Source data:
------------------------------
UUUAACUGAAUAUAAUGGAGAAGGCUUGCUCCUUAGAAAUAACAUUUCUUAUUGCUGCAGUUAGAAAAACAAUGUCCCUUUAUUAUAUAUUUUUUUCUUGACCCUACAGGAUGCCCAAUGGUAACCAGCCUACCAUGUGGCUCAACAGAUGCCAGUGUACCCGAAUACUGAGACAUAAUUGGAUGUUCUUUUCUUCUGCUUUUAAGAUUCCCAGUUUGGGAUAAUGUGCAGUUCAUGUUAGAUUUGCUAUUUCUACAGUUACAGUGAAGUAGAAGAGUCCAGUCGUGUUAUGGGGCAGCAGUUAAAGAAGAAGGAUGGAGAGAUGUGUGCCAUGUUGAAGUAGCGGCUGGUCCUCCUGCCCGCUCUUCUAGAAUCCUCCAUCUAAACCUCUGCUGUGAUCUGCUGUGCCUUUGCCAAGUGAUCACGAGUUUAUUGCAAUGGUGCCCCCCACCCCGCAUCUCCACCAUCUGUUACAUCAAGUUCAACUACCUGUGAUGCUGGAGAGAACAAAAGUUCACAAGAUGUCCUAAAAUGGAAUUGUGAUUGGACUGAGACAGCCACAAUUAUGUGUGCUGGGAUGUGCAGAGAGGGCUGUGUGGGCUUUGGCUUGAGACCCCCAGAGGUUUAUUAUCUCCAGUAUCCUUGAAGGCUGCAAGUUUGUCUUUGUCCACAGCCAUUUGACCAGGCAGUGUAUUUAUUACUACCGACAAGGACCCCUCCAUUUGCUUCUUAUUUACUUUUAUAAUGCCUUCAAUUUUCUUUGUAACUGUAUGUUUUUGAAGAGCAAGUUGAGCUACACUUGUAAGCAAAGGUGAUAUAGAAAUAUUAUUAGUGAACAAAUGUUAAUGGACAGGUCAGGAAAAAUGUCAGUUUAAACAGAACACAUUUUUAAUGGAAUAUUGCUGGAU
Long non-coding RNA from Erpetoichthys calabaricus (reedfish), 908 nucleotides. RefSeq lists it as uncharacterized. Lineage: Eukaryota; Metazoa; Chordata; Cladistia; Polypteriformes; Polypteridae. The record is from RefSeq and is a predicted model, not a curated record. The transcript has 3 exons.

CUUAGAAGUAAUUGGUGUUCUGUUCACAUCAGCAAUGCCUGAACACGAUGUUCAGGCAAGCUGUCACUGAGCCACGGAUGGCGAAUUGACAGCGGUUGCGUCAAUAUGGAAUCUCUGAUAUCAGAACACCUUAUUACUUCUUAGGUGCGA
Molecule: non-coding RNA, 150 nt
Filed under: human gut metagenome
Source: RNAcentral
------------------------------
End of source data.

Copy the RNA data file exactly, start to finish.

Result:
UUUAACUGAAUAUAAUGGAGAAGGCUUGCUCCUUAGAAAUAACAUUUCUUAUUGCUGCAGUUAGAAAAACAAUGUCCCUUUAUUAUAUAUUUUUUUCUUGACCCUACAGGAUGCCCAAUGGUAACCAGCCUACCAUGUGGCUCAACAGAUGCCAGUGUACCCGAAUACUGAGACAUAAUUGGAUGUUCUUUUCUUCUGCUUUUAAGAUUCCCAGUUUGGGAUAAUGUGCAGUUCAUGUUAGAUUUGCUAUUUCUACAGUUACAGUGAAGUAGAAGAGUCCAGUCGUGUUAUGGGGCAGCAGUUAAAGAAGAAGGAUGGAGAGAUGUGUGCCAUGUUGAAGUAGCGGCUGGUCCUCCUGCCCGCUCUUCUAGAAUCCUCCAUCUAAACCUCUGCUGUGAUCUGCUGUGCCUUUGCCAAGUGAUCACGAGUUUAUUGCAAUGGUGCCCCCCACCCCGCAUCUCCACCAUCUGUUACAUCAAGUUCAACUACCUGUGAUGCUGGAGAGAACAAAAGUUCACAAGAUGUCCUAAAAUGGAAUUGUGAUUGGACUGAGACAGCCACAAUUAUGUGUGCUGGGAUGUGCAGAGAGGGCUGUGUGGGCUUUGGCUUGAGACCCCCAGAGGUUUAUUAUCUCCAGUAUCCUUGAAGGCUGCAAGUUUGUCUUUGUCCACAGCCAUUUGACCAGGCAGUGUAUUUAUUACUACCGACAAGGACCCCUCCAUUUGCUUCUUAUUUACUUUUAUAAUGCCUUCAAUUUUCUUUGUAACUGUAUGUUUUUGAAGAGCAAGUUGAGCUACACUUGUAAGCAAAGGUGAUAUAGAAAUAUUAUUAGUGAACAAAUGUUAAUGGACAGGUCAGGAAAAAUGUCAGUUUAAACAGAACACAUUUUUAAUGGAAUAUUGCUGGAU
Long non-coding RNA from Erpetoichthys calabaricus (reedfish), 908 nucleotides. RefSeq lists it as uncharacterized. Lineage: Eukaryota; Metazoa; Chordata; Cladistia; Polypteriformes; Polypteridae. The record is from RefSeq and is a predicted model, not a curated record. The transcript has 3 exons.

CUUAGAAGUAAUUGGUGUUCUGUUCACAUCAGCAAUGCCUGAACACGAUGUUCAGGCAAGCUGUCACUGAGCCACGGAUGGCGAAUUGACAGCGGUUGCGUCAAUAUGGAAUCUCUGAUAUCAGAACACCUUAUUACUUCUUAGGUGCGA
Molecule: non-coding RNA, 150 nt
Filed under: human gut metagenome
Source: RNAcentral